This is intended as a home for some articles that actually already exist on another blog. Or at least pointers to and summaries of those articles. I’m just trying to rationalize slightly.
The nature of those articles is probably obvious from the title of this page. I don’t often lapse into parody, but…
For the words and music (in the form of MP3s) you’ll need to visit the actual articles.
New words by David Harley to ‘Cocaine Blues’. This article is also published on my song/music site David Harley’s Songs, though not yet with a recording.
However, the whole ‘why-do-I-put-up-with-this-alarmist-BS-anyway-when-I-could-retire-to-a desert-island-with-no-internet?’ thing keeps nagging at me. (The answer is because I’d rather live somewhere with reasonable access to a wine merchant.) There’s probably enough mileage in this for a whole (rather sour) opera, but life’s too short for that. I suspect I’ll probably record this version sooner rather than later, however.
I suspect that this rant may offend some prophets of doom, security marketroids, politically active acquaintances, other acquaintances about whom I May Not Speak, The Register, Mark Zuckerberg, and my pro-meme and pro-gun friends on Facebook. If so, I’ll try to live with it.
[Apologies to Harburg and Gorney for borrowing the tune for ‘Brother can you spare a dime‘ for one section. I guess if I ever do anything serious with this, I’ll have to rethink that particular leaning towards Lehrerism. But this is actually more a curiosity than a demo.]
Around the start of the 1980s I went through a somewhat theatrical phase: in fact, a couple of the best songs I wrote around then were for a revue called Nice If You Can Get It, directed by Maggie Ford: in particular, Hands of the Craftsman and Long Stand . This one is a little more flippant: I don’t think this was intended for any project in particular, and I can’t actually remember playing it in public anywhere, but I found this version on a cassette recently and quite liked it. Just vocal and electric guitar.
While I might harbour a secret desire to be the sort of Renaissance Man presented here, the ‘hero’ definitely isn’t me. I’m a slow writer – slower as I get older, and I’ve never written an opera – though I once started to put together a concept album back in the days when that wasn’t considered absurdly pretentious. I don’t play the Minute Waltz – least of all on the piano – though these days the wonders of the internet will probably turn up a version on YouTube of someone who does play it in 35 seconds flat, probably on ukulele. So you can spend 35 seconds listening to it and 5 minutes wondering why anyone would do that. I don’t fly gliders or water-ski – these days I do my best to avoid flying even as a passenger – I usually leave cooking to my wife, who is an excellent cook and also very adept with the cocktail shaker. And I don’t drive. I was once a wood-machinist – which is why my right thumb is much shorter than the left and I almost invariably play with a thumb pick – but certainly not a cabinet-maker, and am certainly a mediocre artist at best. I just write and play a few things. And take the occasional photo. Which all sounds so dull that I can’t imagine why you’d bother to have read this far.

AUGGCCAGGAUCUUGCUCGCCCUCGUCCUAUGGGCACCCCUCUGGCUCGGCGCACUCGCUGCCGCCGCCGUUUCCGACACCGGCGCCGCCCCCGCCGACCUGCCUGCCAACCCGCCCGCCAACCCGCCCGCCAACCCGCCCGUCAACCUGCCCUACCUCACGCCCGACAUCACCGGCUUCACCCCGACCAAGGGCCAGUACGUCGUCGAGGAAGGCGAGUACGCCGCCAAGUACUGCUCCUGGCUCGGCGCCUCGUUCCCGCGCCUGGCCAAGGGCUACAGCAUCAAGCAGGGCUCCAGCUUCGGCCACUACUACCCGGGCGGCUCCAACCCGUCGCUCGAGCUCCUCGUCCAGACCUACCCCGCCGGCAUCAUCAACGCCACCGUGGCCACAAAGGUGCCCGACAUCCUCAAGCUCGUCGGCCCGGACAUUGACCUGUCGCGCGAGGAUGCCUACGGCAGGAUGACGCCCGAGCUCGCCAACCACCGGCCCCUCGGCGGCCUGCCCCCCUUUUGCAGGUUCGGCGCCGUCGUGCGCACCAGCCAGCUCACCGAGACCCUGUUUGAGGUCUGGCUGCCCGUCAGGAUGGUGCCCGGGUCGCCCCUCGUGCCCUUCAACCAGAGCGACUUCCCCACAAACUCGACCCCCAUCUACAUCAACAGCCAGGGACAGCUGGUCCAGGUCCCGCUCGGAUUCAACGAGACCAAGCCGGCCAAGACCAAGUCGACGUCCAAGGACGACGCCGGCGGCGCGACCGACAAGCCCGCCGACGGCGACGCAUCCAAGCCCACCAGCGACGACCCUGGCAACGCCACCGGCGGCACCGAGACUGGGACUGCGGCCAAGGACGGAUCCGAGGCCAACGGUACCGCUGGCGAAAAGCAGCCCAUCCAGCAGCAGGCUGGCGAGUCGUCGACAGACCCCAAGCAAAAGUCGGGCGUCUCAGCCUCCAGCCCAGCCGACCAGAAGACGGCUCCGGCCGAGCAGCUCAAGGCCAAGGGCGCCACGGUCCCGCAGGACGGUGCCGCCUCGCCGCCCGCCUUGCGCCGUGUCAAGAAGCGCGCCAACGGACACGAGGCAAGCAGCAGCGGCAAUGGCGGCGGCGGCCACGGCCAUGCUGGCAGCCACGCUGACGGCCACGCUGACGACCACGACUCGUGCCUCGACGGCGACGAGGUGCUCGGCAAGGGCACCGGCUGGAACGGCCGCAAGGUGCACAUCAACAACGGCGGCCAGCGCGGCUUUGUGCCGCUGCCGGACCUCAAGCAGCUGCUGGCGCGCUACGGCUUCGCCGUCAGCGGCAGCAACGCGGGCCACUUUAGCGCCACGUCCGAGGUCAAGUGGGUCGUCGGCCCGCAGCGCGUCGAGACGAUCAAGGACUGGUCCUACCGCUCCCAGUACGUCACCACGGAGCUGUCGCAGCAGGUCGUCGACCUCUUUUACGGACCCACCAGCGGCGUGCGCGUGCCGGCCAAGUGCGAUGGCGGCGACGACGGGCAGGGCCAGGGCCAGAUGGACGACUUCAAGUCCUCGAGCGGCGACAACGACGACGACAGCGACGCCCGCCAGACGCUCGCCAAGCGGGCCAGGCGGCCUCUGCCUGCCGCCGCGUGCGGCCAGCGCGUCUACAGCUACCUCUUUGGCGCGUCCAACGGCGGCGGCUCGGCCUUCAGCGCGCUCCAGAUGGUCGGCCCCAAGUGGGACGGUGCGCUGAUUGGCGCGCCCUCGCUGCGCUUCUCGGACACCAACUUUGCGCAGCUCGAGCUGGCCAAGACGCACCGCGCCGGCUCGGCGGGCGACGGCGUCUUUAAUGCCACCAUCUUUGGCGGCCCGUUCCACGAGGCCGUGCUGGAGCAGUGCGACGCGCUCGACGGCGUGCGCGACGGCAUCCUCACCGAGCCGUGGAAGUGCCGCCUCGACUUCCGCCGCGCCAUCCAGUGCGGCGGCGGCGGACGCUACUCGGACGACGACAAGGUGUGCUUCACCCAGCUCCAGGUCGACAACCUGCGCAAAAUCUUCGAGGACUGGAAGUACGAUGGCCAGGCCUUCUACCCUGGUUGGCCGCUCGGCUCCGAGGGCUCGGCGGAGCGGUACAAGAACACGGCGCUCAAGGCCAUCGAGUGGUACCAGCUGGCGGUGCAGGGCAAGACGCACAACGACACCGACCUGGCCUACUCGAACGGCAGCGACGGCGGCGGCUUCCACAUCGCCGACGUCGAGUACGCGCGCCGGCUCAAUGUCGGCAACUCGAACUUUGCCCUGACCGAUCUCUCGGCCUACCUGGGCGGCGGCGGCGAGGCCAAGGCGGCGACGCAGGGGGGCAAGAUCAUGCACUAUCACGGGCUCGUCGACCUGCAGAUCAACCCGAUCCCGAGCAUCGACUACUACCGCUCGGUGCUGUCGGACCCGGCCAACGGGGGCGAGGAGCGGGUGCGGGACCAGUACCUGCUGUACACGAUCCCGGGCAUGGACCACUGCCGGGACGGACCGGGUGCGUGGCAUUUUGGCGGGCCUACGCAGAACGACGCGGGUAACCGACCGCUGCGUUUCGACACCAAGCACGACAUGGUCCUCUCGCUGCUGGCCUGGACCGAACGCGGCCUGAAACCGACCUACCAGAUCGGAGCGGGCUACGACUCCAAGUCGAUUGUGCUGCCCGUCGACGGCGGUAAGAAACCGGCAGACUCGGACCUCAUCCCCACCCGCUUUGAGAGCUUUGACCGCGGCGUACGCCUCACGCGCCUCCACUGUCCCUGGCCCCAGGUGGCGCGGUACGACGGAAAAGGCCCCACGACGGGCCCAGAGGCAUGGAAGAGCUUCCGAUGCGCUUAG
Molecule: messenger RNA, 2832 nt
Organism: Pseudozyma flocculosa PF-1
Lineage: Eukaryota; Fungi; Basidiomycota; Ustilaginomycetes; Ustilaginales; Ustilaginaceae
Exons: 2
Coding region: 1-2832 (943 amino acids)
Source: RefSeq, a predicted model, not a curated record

An attempt to teach good privacy/security practice via music. Paul Simon would probably not approve.
Or, just when you thought it was safe to order another pint of gold top…
Even if you remember the 1970s song by W.C. McCall [actually, that’s C.W. McCall: possibly a Freudian slip there…] or the Sam Peckinpah movie, you may not be aware of the projected follow-up movie, where the action was to be moved to a milk round in West London. If you don’t remember the song, the movie or milk floats, this won’t mean a lot to you.
What would Christmas be without The Snowman?
For years this was just a single verse stranded in the first draft of a novel I’ll probably never finish now, and then a few years ago it demanded to be finished. Its first public appearance was after the funeral of my friend Graham Bell. That might seem less strange if I tell you that the funeral finished with the Ying Tong Song. Graham was always urging me to play more jazz, but I think he would have approved of this anyway. Apologies to both Howard Blake and Raymond Briggs, who might not approve.
I did once sing it at one of Vic Cracknell’s open mike evenings in tandem with a vaguely jazzy instrumental version of White Christmas which probably proved conclusively that I was not born to compete with Wes Montgomery or Barney Kessel.
Recorded on primitive handheld equipment: perhaps one day I’ll take another run at it in my updated home studio and do a little OTT overdubbing. I’m thinking celeste, harpsichord and orchestra. (I have access to a Yamaha keyboard and I’m not afraid to use it.) Not that this is ever going to be translated to a commercial recording. 🙂